The Greek word translated variously as writ or handwriting of ordinances is cheirographon and it means, simply, a note of debt. It’s a rare word in the New Testament, but you know it from the prayer Jesus commands us always to pray,  “Forgive us our cheirographon as we forgive the debts of others.”

A cheirographon is an IOU.

Thus, “God has blotted out the IOU that stood against us, he has removed it, nailing it to his cross.”

Now, importantly, because the writ against us is an IOU, the writ is not the law. An IOU is signed by the debtor not by the one to whom the debt is owed, and the law bears not our signature but the Lord’s. Therefore, we stand accused not by the Jewish law but by a more foundational, universal IOU that makes intelligible Paul’s transition from you to us.

The debt of Adam.

The sin of Adam.

Just so, what Paul says here to the Colossians is no different than what Paul proclaims to the church at Rome:

“As one man’s trespass led to condemnation for all, so one man’s act of righteousness leads to justification and life for all. For as by the one man's disobedience the many were made sinners, so by the one man's obedience the many are made righteous.”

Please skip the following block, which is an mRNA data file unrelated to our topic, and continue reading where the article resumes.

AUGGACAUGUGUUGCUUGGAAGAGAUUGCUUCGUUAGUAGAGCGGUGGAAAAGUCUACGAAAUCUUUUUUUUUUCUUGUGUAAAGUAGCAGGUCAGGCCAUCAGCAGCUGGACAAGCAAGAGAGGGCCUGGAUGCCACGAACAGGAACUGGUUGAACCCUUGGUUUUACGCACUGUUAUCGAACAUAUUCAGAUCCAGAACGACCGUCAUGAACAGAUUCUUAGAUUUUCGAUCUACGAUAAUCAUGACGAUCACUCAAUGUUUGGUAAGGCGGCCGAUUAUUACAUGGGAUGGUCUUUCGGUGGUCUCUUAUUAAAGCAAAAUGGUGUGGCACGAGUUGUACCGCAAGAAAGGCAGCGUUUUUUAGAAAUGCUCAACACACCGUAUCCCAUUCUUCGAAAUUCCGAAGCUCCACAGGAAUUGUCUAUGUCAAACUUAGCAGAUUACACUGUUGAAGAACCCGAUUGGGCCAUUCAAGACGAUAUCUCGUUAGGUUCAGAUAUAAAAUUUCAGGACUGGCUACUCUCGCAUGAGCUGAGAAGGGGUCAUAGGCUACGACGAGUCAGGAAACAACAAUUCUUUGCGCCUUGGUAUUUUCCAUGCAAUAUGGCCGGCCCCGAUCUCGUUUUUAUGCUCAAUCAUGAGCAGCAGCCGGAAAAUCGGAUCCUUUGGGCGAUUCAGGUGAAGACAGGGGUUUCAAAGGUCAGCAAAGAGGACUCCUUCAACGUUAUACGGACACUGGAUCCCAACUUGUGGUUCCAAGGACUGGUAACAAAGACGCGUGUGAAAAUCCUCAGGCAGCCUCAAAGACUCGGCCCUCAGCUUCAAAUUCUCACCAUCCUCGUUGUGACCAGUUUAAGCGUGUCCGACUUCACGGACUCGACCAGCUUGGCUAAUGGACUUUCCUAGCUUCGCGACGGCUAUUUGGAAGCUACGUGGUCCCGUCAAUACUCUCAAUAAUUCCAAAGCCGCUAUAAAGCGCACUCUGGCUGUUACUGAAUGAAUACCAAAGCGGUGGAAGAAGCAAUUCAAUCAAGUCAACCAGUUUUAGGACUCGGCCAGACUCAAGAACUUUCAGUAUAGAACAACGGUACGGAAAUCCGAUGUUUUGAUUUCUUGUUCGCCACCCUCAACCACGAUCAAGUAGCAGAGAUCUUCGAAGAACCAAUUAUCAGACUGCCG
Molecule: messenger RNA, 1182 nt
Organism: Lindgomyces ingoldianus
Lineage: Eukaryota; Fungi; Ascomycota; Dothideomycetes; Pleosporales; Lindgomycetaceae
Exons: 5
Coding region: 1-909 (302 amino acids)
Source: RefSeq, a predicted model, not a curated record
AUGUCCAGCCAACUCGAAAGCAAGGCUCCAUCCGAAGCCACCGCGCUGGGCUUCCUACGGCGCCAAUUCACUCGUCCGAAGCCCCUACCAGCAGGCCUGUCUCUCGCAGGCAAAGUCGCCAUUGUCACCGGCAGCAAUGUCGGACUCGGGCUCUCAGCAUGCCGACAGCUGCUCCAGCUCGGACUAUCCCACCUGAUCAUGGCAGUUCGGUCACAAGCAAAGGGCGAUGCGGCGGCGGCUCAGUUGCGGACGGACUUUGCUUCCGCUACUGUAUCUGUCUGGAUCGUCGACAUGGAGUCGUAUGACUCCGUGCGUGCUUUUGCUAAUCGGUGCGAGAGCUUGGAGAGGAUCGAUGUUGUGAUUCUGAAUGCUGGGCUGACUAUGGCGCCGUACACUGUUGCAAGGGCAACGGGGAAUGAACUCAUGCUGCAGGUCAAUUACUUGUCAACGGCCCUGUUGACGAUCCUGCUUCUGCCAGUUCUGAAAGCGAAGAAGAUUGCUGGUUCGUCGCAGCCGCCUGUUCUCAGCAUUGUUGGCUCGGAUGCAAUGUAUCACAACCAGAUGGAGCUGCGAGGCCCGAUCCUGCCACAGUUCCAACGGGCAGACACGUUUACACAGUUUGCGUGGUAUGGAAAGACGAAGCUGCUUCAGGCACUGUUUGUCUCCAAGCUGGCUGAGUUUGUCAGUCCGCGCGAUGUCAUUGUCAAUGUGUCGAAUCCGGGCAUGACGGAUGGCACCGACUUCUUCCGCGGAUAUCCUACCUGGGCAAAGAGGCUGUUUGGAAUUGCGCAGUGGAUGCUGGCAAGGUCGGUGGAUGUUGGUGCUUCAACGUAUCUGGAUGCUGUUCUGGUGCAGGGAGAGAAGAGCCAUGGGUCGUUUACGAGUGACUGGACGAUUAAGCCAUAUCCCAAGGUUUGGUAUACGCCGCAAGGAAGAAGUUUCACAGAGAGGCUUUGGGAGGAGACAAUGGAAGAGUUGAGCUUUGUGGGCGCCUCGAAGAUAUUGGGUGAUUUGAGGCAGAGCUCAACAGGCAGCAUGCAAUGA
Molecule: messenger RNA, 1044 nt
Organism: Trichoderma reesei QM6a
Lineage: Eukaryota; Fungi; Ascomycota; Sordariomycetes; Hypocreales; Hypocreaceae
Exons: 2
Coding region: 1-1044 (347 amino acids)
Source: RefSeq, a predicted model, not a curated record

Contrary to much of the deconstruction of the gospel in progressive circles, Jesus is not the tragic, passive victim of Empire and Religion colluding against him.

According to Colossians, what is nailed to the cross is the IOU owed by us all. As Martin Luther says, Christ bears our actual sins in his body on the tree.

  • What is nailed to the cross is the writ against us.

  • And it’s the Father and the Son with their Spirit— not Pontius Pilate— it’s God who nails it there.

  • Christ just is the cheirographon.

In Pilate’s attempt to blot out Mary’s boy by means of a cross, the triune God in fact blots out all our sins; such that, I can hand over a promise only God can promise.

You are forgiven.

Give a gift subscription

When he was a novice preacher at a parish in Safenwil, Switzerland, Karl Barth, the future theologian, subjected his congregation to sermons on the sinking of the Titantic and, later, on the issue above the fold of every newspaper, the Great War. Looking back on and confessing his early homiletical mishaps, Barth recalled a woman from his church who grabbed him one Sunday by the lapels and begged him, “Please preach on something else other than this dreadful war.”

Not yet understanding how unfaithful he had been at his task, the pastor asked his parishioner what she thought he should preach.

She responded at first by staring at him, astonished he should not appreciate the urgency of the summons laid upon him.

“What shall you preach? The gospel of course— the promise of grace, the word of the cross, the forgiveness of sins. There is no dearth of bad news in the world. You cannot afford to neglect the good news.”

“He forgave us all our sins, blotting out the handwriting of ordinances that was against us, taking it out of the way and nailing it to his cross.”